1. What is meant by the idea that teaching is a goal-oriented activity?
Teaching is guided by a long-term plan for student outcomes called a curriculum. This is used to produce goals for students based on what level of ability they should be at which is determined at a national, state, and local level. The goal of physical education is the development of a physically active lifestyle. Six national standards for physical education have been produced by the National Association for Sport and Physical Education. These standards describe the skills, abilities, and dispositions students will need to create a physically active lifestyle which is why they are used to create goals in physical education programs nation wide. Goals for students are also split into three domains. The psychomotor domain which involves motor and physical abilities is related to standards 1 and 4. The cognitive domain which is knowledge and ability to process information is related to standard 2. The affective domain describes students feelings, attitudes, and social behaviors and is related to standards 3,5, and 6.
5. Why is the movement task-student response unit of analysis so important in physical education?
The movement task- student response unit of analysis is important because physical educators can then help students improve the performance of the tasks they are working on, increase the level of of complexity or difficulty of the task, or asses their ability in a self-testing or competitive situation. Based on the student response to the movement task given teachers can redesign their tasks to better meet the needs of the students.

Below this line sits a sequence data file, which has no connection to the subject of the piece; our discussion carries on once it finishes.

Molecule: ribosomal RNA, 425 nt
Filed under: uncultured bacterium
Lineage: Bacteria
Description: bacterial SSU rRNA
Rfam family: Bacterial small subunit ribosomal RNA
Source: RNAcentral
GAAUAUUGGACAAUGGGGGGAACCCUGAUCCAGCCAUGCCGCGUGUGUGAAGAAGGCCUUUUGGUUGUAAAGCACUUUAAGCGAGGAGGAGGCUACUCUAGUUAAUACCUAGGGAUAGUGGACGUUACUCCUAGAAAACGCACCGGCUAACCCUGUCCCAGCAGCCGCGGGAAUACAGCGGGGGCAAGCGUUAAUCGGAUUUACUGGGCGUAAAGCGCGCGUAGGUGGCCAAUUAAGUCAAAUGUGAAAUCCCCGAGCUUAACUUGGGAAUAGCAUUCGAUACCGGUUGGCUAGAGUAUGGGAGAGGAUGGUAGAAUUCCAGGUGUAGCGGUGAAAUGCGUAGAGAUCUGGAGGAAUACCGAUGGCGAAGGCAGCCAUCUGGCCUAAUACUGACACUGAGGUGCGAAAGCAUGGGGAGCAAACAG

7. What is the relationship between teaching functions and teaching skills? List two teaching functions teachers perform, and describe two alternative behaviors teachers can choose to perform these functions.
By using teaching functions teachers can become better at teaching skills and help students benefit more from physical education class. Two teaching functions that teachers perform are Presenting tasks and Evaluating. Two alternative behaviors teachers can choose to perform these functions are content behaviors and management behaviors. In content behaviors the teacher describes the task, students engage, the teacher helps the students with the task, then the teacher modifies and develops the original task. In management behaviors the teacher gives directions, the students get equipment and partners, and the teacher asks a single student to stop fooling around.